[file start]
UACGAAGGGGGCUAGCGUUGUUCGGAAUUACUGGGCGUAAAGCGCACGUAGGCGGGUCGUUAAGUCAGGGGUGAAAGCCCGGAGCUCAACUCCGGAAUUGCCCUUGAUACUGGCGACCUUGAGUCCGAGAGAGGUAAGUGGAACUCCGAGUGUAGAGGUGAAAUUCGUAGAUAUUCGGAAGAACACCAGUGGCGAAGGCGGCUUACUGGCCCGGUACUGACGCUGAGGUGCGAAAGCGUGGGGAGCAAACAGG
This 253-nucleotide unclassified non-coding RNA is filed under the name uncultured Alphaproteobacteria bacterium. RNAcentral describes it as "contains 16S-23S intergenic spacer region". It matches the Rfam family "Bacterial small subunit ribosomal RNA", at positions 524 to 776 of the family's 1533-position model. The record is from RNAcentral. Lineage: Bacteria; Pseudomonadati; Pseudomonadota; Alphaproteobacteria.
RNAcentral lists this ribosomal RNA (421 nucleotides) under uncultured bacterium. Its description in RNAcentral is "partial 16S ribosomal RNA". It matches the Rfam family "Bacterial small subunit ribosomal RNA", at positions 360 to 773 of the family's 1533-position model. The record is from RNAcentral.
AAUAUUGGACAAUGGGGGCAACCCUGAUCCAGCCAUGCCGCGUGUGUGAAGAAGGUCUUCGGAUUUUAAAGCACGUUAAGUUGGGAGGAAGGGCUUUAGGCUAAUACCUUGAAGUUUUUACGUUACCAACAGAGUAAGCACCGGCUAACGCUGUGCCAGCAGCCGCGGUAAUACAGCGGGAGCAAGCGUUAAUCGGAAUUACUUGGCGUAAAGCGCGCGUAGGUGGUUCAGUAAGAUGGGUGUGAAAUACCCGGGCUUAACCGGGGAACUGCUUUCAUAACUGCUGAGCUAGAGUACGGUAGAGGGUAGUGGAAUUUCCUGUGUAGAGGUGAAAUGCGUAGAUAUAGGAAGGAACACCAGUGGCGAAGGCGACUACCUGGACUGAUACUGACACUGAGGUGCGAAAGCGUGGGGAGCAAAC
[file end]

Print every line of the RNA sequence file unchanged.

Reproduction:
UACGAAGGGGGCUAGCGUUGUUCGGAAUUACUGGGCGUAAAGCGCACGUAGGCGGGUCGUUAAGUCAGGGGUGAAAGCCCGGAGCUCAACUCCGGAAUUGCCCUUGAUACUGGCGACCUUGAGUCCGAGAGAGGUAAGUGGAACUCCGAGUGUAGAGGUGAAAUUCGUAGAUAUUCGGAAGAACACCAGUGGCGAAGGCGGCUUACUGGCCCGGUACUGACGCUGAGGUGCGAAAGCGUGGGGAGCAAACAGG
This 253-nucleotide unclassified non-coding RNA is filed under the name uncultured Alphaproteobacteria bacterium. RNAcentral describes it as "contains 16S-23S intergenic spacer region". It matches the Rfam family "Bacterial small subunit ribosomal RNA", at positions 524 to 776 of the family's 1533-position model. The record is from RNAcentral. Lineage: Bacteria; Pseudomonadati; Pseudomonadota; Alphaproteobacteria.
RNAcentral lists this ribosomal RNA (421 nucleotides) under uncultured bacterium. Its description in RNAcentral is "partial 16S ribosomal RNA". It matches the Rfam family "Bacterial small subunit ribosomal RNA", at positions 360 to 773 of the family's 1533-position model. The record is from RNAcentral.
AAUAUUGGACAAUGGGGGCAACCCUGAUCCAGCCAUGCCGCGUGUGUGAAGAAGGUCUUCGGAUUUUAAAGCACGUUAAGUUGGGAGGAAGGGCUUUAGGCUAAUACCUUGAAGUUUUUACGUUACCAACAGAGUAAGCACCGGCUAACGCUGUGCCAGCAGCCGCGGUAAUACAGCGGGAGCAAGCGUUAAUCGGAAUUACUUGGCGUAAAGCGCGCGUAGGUGGUUCAGUAAGAUGGGUGUGAAAUACCCGGGCUUAACCGGGGAACUGCUUUCAUAACUGCUGAGCUAGAGUACGGUAGAGGGUAGUGGAAUUUCCUGUGUAGAGGUGAAAUGCGUAGAUAUAGGAAGGAACACCAGUGGCGAAGGCGACUACCUGGACUGAUACUGACACUGAGGUGCGAAAGCGUGGGGAGCAAAC